WASHINGTON, March 21 (Xinhua) -- Although the size of anti-war demonstrations is shrinking in the United States, a group of veterans has become more visible in the crowd of demonstrations.
The group, known as Iraq Veterans Against the War (IVAW), has been actively involved in a series of protests to mark the sixth anniversary of the Iraq in recent days.
Dressed in black T-shirts and military Khaki pants, the group's presence is evident among thousands of anti-war protesters who took part in the rally in Washington D.C. Saturday.
The veterans erected a makeshift "watch tower" on the ground and posted a big banner on it, which says "Operation no change," a critical expression of President Barack Obama's new plans for Iraq.
On March 19, the group launched a 24-hour vigil or demonstration across the White House, the first anti-war protest in Washington D.C. on this Iraq war's anniversary.
The IVAW, founded in 2004 and headquartered in Philadelphia, Pennsylvania, has about 1,600 members with 53 chapters, including those in overseas U.S. military bases.
The organization advocates immediate withdrawal of all foreign troops from Iraq and full benefits for war veterans.
"What Obama is doing with our foreign policy on a fundamental level is not change. Though we are going to re-label the troops non-combat troops, they are still out there," argued Adam Kokesh, a prominent figure of the IVAW.
Kokesh, a decorated former Marine served in Iraq, made his name by interrupting John McCain's speech accepting the Republican nomination for president hopeful on Sept. 4 last year by yelling anti-war slogans in the audience.
He does not endorse the policy of McCain's Democratic opponent Obama, either.
Obama has been known for his opposition to the Iraq war and won staunch support from anti-war activists in last year's presidential election.
However, his decision last month to pull out all U.S. combat troops in 18 months, three months later than the timetable he promised during the campaign, was not well received among the anti-war crowds.
In particular, they criticized him for keeping a large presence of 50,000 non-combat troops in Iraq beyond August 2010 and planning to increase troop levels in Afghanistan.
"Any occupation is a crime," another IVAW member, Mike Mlekowski, told Xinhua.
"No war is better than any other war. Russians have failed in Afghanistan and I don't see any reason how can we work out there after the disaster in Iraq," he said.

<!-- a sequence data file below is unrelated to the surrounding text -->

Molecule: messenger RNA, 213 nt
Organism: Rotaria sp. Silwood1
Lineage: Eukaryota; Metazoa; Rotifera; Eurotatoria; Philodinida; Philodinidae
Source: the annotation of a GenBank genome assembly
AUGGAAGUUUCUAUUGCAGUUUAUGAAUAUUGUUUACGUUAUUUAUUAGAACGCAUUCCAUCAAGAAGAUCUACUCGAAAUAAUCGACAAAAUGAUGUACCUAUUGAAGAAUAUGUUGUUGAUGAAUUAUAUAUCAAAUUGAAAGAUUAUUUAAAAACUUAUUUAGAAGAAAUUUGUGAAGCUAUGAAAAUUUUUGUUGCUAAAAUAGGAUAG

"While the people in America lose their jobs and homes, the government still plans to spend billions of U.S. dollars into another war. This is not what I want," said Kyle Simgh, another IVAW member who had been in Iraq for two years.
"I also feel sorry for the Iraqi people. Their lives haven't been any better after the invasion," he said.
However, a number of IVAW members thought Obama is serious in getting U.S. troops out of Iraq.
Tracy Harmon, one of them, said while she is disappointed with Obama's decision, she still believes the president is sincere about his intention to withdraw from Iraq.
Some IVAW members voiced concerns and frustrations of their lives after returning from Iraq.
One of them is Floyd Holt from Connecticut, who remains unemployed and struggles to feed his young family. He has an 8-month son and his wife is recently pregnant again.
"I am feeling bad. We fought a wrong war and we don't get due compensations," he said.
Like many of the soldiers who served in Iraq, Holt was diagnosed with PTSD or the post traumatic stress disorder, which affects 20 percent of the veterans returning from Iraq according to official estimate.
Holt said he hasn't received any treatment or compensation for his disease from the government.
"Sometimes I have bad dreams about horrible things I saw in Iraq. I may regret for fighting the war but I won't regret for joining the anti-war course," he said.
With a clear timetable to withdraw troops from Iraq and improving ground conditions there, the ranks of U.S. anti-war crowds are shrinking.
However, the rallies and presence of anti-war activists including IVAW members, have reminded people that the Iraq war, even on a changed course, is still a controversial issue in the country, analysts said.